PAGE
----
There are further tricks here that are hard to translate. Note how in the Greek – a highly inflected language – we don’t find out who the wrath belongs to, until the end of the line, with emphasis building up to the word “Achilles” by the positioning of that patronymic (Pelieiadeo) before it. Add to that the lovely assonance in all those vowels, and the difficulty of recreating the feel of a syllabic hexameter, and you can understand why translators have such a struggle. Then you have to take into account the theory that the Iliad may have been intended to be sung - and almost certainly relied for its sound and feel on a pitch accent. If academic attempts to recreate that latter are anything to go by, we’re in very strange territory indeed.
But all of this is the counsel of despair. Really, it makes up an argument for coming to a better understanding of Homeric language and culture, rather than for giving up on translations. Homer does have a special music – but so too do plenty of the translations. The trick is not to focus on what we’re losing – but what’s still there.
Meanwhile, even the other frustrations I’ve listed above may unsettle first-time readers, but they are also a great part of the poem’s enduring fascination. They’re a mark of the Iliad’s great distance from us, but also of how lucky we are to be able to peer into this ancient and alien culture, to have these messages from the long vanished past, to have such enticing mysteries.
Even that catalogue of ships becomes interesting if you think of the poem as something that would often be recited orally, from memory. It must have been some feat, to get all those names and their connections in order. I can imagine rapt audiences listening just waiting for the singer to slip.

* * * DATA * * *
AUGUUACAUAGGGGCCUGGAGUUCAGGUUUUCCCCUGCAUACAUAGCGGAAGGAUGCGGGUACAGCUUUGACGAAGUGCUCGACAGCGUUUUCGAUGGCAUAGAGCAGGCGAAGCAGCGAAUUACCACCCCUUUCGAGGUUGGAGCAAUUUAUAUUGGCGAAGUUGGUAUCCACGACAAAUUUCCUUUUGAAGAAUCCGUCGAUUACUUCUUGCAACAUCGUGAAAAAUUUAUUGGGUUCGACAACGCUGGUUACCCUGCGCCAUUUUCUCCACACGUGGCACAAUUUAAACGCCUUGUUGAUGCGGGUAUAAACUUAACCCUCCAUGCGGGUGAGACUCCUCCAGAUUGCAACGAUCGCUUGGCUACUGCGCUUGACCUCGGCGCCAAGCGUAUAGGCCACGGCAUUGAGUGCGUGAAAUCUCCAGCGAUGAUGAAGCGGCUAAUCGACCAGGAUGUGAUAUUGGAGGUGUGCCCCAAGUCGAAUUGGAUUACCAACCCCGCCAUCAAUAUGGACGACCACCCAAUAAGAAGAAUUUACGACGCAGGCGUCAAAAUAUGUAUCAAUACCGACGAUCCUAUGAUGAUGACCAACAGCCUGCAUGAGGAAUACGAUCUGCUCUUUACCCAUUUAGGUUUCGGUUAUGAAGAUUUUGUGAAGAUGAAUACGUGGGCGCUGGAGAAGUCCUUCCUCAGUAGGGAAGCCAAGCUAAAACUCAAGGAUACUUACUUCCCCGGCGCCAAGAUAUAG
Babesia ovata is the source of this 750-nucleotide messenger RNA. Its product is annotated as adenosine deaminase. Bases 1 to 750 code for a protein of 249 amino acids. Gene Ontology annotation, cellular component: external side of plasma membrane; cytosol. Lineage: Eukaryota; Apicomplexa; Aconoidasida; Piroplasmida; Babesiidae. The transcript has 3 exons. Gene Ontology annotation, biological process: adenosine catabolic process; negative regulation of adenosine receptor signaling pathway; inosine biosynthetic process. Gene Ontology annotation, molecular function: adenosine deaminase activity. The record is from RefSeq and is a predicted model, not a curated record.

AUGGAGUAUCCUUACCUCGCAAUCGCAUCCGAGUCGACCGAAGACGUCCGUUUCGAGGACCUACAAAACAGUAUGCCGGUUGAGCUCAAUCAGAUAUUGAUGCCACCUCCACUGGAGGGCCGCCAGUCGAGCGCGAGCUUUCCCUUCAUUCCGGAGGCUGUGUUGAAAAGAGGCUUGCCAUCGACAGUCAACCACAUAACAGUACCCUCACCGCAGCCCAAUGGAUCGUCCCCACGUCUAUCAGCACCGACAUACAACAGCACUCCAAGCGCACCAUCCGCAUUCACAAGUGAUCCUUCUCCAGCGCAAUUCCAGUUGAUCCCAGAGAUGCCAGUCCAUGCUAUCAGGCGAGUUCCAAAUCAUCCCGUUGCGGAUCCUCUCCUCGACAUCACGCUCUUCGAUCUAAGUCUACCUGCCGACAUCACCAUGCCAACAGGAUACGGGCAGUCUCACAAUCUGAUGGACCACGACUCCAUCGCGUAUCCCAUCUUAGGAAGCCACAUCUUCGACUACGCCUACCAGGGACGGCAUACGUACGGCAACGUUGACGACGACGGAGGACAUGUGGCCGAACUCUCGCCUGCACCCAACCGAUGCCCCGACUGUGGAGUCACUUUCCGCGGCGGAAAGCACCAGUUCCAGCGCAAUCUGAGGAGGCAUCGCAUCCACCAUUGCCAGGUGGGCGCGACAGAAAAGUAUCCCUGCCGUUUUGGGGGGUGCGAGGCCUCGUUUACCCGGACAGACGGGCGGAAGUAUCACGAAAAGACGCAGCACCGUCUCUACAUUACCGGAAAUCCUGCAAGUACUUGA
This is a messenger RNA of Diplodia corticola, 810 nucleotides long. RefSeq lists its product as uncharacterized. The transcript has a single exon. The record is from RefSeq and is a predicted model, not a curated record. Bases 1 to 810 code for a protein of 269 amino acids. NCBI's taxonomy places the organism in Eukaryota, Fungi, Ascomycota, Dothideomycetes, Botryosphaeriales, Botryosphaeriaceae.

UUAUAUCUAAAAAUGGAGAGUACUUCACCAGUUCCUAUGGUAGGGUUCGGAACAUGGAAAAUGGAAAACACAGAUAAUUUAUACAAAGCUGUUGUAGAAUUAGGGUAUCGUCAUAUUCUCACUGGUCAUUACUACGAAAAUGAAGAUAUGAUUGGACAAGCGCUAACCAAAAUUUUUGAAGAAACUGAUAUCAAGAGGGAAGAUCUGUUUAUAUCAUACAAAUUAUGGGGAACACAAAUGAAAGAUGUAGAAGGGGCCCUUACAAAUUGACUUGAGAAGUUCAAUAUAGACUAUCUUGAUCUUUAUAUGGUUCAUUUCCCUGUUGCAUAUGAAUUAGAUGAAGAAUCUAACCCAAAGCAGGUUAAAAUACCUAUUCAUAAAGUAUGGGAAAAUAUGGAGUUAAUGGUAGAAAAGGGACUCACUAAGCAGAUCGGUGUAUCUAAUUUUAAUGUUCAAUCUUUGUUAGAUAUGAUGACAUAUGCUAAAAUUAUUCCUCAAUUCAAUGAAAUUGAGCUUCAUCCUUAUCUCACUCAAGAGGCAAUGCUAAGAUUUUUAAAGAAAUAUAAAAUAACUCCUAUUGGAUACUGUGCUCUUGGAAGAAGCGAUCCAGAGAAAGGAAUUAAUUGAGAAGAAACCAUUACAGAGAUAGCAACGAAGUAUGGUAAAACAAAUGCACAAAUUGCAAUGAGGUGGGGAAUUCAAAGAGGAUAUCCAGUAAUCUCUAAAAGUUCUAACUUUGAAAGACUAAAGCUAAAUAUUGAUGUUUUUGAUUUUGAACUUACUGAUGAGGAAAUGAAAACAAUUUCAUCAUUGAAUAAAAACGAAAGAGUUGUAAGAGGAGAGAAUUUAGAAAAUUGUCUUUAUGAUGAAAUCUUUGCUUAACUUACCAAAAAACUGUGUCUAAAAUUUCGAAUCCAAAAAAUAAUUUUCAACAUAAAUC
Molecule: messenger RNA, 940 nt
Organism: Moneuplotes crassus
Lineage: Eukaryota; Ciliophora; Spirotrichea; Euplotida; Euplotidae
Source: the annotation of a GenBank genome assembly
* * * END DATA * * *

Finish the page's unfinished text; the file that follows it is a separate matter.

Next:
All those genealogies also take on deeper resonance if you think of memory in a broader sense. The whole poem is about the struggle against mortality, what it means to be remembered, about fame and reputation, and the struggle to maintain “kleos”. Listing ancestors takes on a special meaning in this context. To repeat the names of other men is to keep alive the hope that you’ll be remembered, too. As the Iliad was being put together, Greek societies were only just rediscovering the art of writing. Such memories must have felt like the only line into the past, the only link into the future.
Back on the subject of “kleos”, there’s delicious irony in the fact that men so wrapped up in their own reputations can be so silly. Agamemnon is as greedy and heedless as the worst Tory stereotype; Achilles is so mardy. As the poem goes on, their petulance becomes more and more intriguing – especially as fate gives them more and more cause to regret it.
As for fate, and the gods, the more you read of the poem, the more you come to realise that this power isn’t straightforward. Homer provokes deep questions about the role of fate and human agency. It isn’t much of a stretch to see much of the western philosophical tradition’s obsession with free will starting here.
So much for the challenges in Iliad. I haven’t even started on the good stuff. I remember that on my first reading of Homer, I sometimes felt like I was wandering in deep fog. But that confusion made the moments when the sun broke through feel all the more golden. When a hand reached down to mine, across 3,0000 years, and I felt its reassuringly human touch. It can bring tears to your eyes. Read a passage from Caroline Alexander’s translation from the end of Book VI, of Hector’s encounter with his wife and son before he has to leave them for battle. There’s no misunderstanding that.
And if that whets your appetite, I’m happy to say we’ve got 10 copies of the new translation to give away to the first 10 readers from the UK to post “I want a copy please”, along with a nice, constructive comment in the comments section below. If you’re lucky enough to be one of the first to comment, email Laura Kemp with your address (firstname.lastname@example.org) – we can’t track you down ourselves. Be nice to her, too.